James B. Duke Professor of Law
A.B. 1955, J.D. 1957, Columbia University; Diploma in International Law 1962, Cambridge University; S.J.D. 1966, Harvard University; Honorary Doctorate 2007, University of Athens. A native of New York City, Professor Christie was editor-in-chief of the Columbia Law Review. He commenced his legal career with private practice in Washington, D.C. In 1960-61, he was a Ford Fellow at Harvard Law School and, in 1961-62, was a Fulbright Scholar at Cambridge University. He then joined the law faculty of the University of Minnesota, where he taught for almost four years. In 1966, he returned to Washington to serve as assistant general counsel for the Near East and South Asia of the Agency for International Development before coming in 1967 to Duke.
His chief academic interests are in the areas of torts and jurisprudence, in both of which he has published widely. He is the editor of, among other books, a casebook in jurisprudence originally published in 1973, and now in its third edition, and one on torts first published in 1983, and now in its fourth edition. His monograph “The Notion of an Ideal Audience in Legal Argument” was published in 2000 and published in French in 2005. His previous monograph, “Law, Norms and Authority,” was published in 1982.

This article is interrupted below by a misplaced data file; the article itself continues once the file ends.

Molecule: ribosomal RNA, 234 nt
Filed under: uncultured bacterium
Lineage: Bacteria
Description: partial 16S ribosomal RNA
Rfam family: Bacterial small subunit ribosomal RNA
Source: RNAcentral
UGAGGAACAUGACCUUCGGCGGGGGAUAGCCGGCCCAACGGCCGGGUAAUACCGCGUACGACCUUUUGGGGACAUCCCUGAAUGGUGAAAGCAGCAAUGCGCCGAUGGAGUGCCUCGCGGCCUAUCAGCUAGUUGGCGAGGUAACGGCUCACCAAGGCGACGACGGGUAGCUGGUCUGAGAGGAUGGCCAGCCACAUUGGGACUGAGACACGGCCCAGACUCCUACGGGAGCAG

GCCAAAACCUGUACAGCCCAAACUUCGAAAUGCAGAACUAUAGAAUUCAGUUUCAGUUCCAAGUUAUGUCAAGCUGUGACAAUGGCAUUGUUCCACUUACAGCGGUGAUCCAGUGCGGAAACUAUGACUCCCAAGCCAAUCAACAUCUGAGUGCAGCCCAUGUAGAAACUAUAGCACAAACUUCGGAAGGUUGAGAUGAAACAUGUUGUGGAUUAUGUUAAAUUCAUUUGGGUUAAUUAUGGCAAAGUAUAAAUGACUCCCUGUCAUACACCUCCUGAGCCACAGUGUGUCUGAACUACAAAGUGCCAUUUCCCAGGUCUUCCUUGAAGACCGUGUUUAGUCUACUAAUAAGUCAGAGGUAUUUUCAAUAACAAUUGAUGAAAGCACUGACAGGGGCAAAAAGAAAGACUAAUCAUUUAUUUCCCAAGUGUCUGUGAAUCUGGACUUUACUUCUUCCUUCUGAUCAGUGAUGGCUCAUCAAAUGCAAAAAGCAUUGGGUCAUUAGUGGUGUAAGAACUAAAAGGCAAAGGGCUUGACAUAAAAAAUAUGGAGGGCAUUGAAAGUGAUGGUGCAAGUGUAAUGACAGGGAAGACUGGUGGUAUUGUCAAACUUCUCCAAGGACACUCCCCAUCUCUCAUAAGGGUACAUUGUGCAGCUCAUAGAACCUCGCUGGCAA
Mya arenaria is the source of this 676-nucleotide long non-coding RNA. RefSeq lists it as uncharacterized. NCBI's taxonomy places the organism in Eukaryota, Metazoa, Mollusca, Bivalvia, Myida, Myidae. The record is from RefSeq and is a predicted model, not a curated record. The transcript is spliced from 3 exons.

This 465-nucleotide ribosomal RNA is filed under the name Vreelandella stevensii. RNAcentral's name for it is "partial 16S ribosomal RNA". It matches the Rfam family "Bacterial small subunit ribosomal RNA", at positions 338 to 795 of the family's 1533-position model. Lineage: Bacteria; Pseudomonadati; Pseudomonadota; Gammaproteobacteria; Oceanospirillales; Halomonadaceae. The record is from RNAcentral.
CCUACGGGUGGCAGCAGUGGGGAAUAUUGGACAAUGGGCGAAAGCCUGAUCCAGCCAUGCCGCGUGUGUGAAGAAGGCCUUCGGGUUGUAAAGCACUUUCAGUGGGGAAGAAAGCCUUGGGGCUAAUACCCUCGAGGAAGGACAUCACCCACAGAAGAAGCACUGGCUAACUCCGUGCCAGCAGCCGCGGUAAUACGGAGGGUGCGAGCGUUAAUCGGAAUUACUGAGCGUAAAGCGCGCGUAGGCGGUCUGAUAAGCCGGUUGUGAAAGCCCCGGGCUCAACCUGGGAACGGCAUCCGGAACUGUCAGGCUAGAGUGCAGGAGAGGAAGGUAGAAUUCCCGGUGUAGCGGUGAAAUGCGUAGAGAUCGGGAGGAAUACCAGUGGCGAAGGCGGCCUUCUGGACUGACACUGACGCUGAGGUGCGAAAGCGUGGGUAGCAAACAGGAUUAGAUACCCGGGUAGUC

He has been a visiting professor at Northwestern University, George Washington University, the University of Michigan, the University of Florida, the University of Athens (Greece), the University of Otago (New Zealand), the University of the Witwatersrand (South Africa), Fudan University (Shanghai, China), Doshisha University (Kyoto, Japan), and the University of Erlangen (Germany) and a fellow of the National Humanities Center as well as a visiting fellow at the Research School of Social Sciences at the Australian National University in Canberra. He is a member of the Board of Editors of Law and Philosophy and of Isopoliteia. He is currently working on problems encountered in the adjudication of human rights as part of his wider interest in comparative legal reasoning.